Last year’s Western decision to intervene in Libya prompted some debate, but the scale of the conflict and its fairly swift conclusion limited the debate to some extent. But the growing tally of atrocities and the thousands of casualties in Syria have necessarily amplified the arguments being conducted as both the United States and its European allies continue to stand aside from the fighting there. As the weeks go by and new outrages are reported, it is increasingly clear to even the optimists in the Obama administration that the Assad regime will not go unless they contribute materially–giving him the push. Consequently, the debate among informed observers about the wisdom of intervention is growing in intensity.
Among the loudest of voices opposing intervention is scholar Daniel Pipes, who writes in National Review to urge the West to stay out of the Syrian morass. While acknowledging the arguments that allowing civil strife there to continue might be dangerous, he argues that such a war might actually be in America’s interest so long as the U.S. doesn’t get dragged in. Walter Russell Mead is more equivocal about intervention than Pipes. But Mead writes in his blog at The American Interest that the humanitarian argument to be made on behalf of intervention is weaker than we think. Both make strong arguments, especially Mead, who acknowledges that there are no good answers here. He’s right about that, but the alternative of a long war there or an Assad victory is not an acceptable outcome.
Pipes is right to worry about the nature of a successor regime to that of Assad. Given what other so-called Arab Spring protests have led to elsewhere, his prediction of an Islamist government following the dictator is probably on target. And Mead does an excellent job of pointing out that the blowback from even an intervention that seemed as clean as that in Libya can be far greater than we think. The current troubles in Mali are a direct result of what happened in Libya, so the moral calculus there wasn’t as neat as some of us thought.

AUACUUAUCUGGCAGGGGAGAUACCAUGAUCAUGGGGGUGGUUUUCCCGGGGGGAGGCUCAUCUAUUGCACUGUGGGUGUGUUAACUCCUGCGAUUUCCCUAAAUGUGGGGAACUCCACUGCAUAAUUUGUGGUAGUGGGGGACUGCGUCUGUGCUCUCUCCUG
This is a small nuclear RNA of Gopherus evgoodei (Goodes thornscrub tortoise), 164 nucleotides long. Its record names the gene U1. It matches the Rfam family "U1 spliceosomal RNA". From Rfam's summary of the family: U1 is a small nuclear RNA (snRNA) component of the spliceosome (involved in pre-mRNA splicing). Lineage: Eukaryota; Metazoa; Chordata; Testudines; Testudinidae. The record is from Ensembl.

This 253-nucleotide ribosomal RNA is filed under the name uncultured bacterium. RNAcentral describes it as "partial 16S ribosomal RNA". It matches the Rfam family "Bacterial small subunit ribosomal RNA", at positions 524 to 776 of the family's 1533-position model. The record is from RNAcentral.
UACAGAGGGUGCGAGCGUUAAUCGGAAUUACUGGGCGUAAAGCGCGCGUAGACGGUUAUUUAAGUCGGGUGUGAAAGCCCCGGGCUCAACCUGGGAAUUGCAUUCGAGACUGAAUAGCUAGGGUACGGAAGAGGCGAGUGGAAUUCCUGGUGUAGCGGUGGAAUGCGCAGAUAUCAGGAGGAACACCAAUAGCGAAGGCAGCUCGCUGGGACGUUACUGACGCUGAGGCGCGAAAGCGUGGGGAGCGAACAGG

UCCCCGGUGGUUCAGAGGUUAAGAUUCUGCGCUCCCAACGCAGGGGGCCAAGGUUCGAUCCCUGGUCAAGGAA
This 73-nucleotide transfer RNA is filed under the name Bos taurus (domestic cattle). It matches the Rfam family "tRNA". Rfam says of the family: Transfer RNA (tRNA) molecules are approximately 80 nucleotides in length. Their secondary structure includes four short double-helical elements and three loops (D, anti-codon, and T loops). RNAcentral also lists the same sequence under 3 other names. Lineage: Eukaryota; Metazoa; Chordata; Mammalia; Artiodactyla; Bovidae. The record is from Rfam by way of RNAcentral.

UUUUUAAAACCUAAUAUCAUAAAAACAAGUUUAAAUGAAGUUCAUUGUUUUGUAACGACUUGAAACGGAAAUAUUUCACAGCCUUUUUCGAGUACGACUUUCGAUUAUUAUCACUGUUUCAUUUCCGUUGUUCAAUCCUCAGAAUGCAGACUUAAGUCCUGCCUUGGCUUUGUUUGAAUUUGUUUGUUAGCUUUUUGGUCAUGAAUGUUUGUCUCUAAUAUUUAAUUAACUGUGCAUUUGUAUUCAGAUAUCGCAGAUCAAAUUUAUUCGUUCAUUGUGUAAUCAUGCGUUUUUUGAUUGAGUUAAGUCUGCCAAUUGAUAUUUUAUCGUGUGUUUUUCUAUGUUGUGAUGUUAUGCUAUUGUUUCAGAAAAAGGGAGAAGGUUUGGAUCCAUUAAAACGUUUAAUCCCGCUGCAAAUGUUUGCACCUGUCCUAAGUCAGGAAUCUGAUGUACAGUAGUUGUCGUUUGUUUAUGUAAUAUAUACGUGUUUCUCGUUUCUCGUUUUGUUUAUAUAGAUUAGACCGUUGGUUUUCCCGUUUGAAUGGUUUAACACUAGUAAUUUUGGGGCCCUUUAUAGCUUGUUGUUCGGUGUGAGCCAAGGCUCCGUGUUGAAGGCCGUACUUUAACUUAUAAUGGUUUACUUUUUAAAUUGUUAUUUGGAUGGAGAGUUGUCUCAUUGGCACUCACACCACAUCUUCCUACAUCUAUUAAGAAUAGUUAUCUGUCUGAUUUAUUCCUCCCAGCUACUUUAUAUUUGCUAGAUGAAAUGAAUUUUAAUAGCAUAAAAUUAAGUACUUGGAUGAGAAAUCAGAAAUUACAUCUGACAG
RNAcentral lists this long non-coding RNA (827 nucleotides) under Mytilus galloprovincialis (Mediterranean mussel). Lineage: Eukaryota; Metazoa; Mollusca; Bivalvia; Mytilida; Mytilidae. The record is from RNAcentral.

Mead is also correct that even the most successful of Western interventions will not give us a storybook ending. But as even he points out, the situation in Syria isn’t a purely humanitarian question. As much as he deplores the “Wilsonian” instincts of those of us who believe it is morally insupportable for the West to stand by and let thousands die when we can do something to stop it, he also understands that:
If we don’t act, others will. The arming of the Sunni opposition by Gulf Arabs, some with Salafi sympathies, will go on no matter what we think or say, and that is likely both to affect the balance of power within the Syrian opposition in ways we don’t like and to change what happens on the ground. At the same time, our strategic interest in pressuring Iran and in that way hoping to avoid a war between the U.S. and Iran makes the ouster of the Syrian regime a much more important goal than it might otherwise be.
Pipes’ arguments in favor of allowing a Syrian civil war to fester also are not convincing. Such a war might distract the bad guys there from committing enormities elsewhere as he suggests, but I also think he is way too optimistic about Iranians taking a lesson from Syria and starting a revolt against the ayatollahs. Nor do I believe that the blowback from Assad’s reign of terror will channel much Middle Eastern outrage against Moscow and Beijing even though it would be well-deserved.
The main argument in favor of action isn’t purely humanitarian, and it rests not so much on what we think will happen as a result of our intervention. Rather, it rests on what will happen if we don’t. Assad’s survival will mean not just more Syrian slaughter but will be a huge victory for his Iranian allies that will strengthen their position enormously. One way or another, the West needs to prevent that from happening. The reasons for not doing something about Syria are like those for not doing something about the Iranian nuclear threat. The consequences of intervention will be messy and possibly awful. Yet the alternative is far worse.